People who say the Whiteman has not tried for us aren’t being c completely honest. It is true that they have exploited us in certain dehumanizing ways and that we have a bitter history with them that we cannot just wish away but we can’t throw away the other aspect to our encounter. We had our science, though called mundane, naive, native, traditional and other derogatory words. But they worked for us, at least to a certain degree. For example, we had our traditional ways of treating certain illnesses like malaria, it is true that its efficacy is not as good as that of modern medicine, but it worked for us. I won’t make mention of terminal diseases like cancer; those were seen as plagues by the gods. But modern science has revealed to us that one of the characteristics of living organisms is adaptation. An organism will learn to live in any environment no matter how horrible or threatening, even if it means lighting back – viruses and microbes not exempted. What is more, we know the African attitude towards medicine and health; once we feel lit, we abandon our medication even when the prescribed dosage hasn’t been completed thus giving the parasites a fighting chance. And again, they adapt; learning to light our medications. And people were dying. Then came the white man with all his wahala…but also with his drugs. The evolution of malarial drugs has been a steady one concomitantly with the changing limes. Once, it was the Sunday-Sunday medicine – a preventive therapy embarked on at die beginning of every week to stall die effects of mosquito bites. It wasn’t a curative therapy.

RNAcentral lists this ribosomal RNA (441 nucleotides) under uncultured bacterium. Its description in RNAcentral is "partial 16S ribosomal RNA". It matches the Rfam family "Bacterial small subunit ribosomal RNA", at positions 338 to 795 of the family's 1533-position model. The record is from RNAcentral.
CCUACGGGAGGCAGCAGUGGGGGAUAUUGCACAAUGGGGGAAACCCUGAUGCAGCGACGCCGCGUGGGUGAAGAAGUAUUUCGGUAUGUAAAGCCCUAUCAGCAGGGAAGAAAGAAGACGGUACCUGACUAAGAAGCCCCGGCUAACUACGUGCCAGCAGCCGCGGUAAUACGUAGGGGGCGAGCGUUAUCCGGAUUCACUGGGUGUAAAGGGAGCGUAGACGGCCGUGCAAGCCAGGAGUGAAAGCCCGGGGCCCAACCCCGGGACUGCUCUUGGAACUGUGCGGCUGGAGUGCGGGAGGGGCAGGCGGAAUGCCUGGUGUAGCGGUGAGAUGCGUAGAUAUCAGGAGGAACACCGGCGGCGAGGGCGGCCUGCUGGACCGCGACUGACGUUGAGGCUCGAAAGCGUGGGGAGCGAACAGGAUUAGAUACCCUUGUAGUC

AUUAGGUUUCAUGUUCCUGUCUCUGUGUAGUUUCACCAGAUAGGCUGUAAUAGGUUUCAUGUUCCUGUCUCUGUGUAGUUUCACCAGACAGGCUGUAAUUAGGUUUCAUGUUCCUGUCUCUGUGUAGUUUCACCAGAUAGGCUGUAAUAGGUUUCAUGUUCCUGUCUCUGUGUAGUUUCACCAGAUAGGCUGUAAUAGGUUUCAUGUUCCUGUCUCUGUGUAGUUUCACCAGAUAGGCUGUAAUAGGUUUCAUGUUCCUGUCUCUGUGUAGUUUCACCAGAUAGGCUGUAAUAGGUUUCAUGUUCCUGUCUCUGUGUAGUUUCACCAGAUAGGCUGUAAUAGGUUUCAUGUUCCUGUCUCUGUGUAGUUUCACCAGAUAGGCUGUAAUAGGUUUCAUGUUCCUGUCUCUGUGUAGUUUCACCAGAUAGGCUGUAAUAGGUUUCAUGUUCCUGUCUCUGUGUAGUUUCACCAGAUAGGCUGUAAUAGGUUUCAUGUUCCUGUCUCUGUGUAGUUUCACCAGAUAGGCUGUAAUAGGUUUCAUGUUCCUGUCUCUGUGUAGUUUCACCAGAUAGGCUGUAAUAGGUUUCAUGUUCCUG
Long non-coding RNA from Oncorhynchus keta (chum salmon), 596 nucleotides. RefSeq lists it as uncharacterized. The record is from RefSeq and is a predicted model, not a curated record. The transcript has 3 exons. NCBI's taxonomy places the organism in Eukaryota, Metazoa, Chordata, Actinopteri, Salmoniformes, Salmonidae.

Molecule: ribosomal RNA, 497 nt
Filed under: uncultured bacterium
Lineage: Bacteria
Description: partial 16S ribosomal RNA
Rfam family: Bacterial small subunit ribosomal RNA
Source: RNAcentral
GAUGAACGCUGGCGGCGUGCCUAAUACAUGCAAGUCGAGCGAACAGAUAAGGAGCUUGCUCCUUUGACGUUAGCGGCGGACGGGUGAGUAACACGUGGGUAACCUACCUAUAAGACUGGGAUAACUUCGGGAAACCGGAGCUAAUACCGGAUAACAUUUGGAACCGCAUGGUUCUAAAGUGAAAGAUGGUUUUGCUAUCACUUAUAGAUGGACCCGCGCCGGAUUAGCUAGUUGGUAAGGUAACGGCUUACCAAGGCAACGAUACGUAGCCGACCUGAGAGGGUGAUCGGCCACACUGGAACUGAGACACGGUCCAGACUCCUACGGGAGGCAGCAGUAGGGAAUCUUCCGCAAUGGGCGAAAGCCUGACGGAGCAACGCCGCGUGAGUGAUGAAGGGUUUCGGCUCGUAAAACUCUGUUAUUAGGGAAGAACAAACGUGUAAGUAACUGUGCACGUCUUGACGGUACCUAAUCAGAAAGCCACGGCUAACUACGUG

The attitude we have always had towards medications also manifests in our daily living including in our spirituality and in our attitude with others. We have adopted the Sunday-Sunday attitude of being saints on Sunday mornings and sinners die rest of the week. It strikes as puzzling how every Sunday, the streets are emptied like a ghost town; everyone inside their churches, singing and praying but the very next day, all hell is let loose. Cheating, bickering, stealing, lying, extortion, exploitation, maiming and even killing occur the next day. We are just churcheous but the true essence of churching, which is communism, is forgotten. After invoking and seeking the face of God, we become iniquitous to our neighbour whereas, “he who claims to love God but hates his neighbour is a liar”, and “God hates lies”. Who actually is our neighbour? The person living next door or close proximity with us, or die fellow with whom we do business in the market place? No, Jesus categorically explained neighbour with the allegory of the (food Samaritan. “Faith without good works is dead.”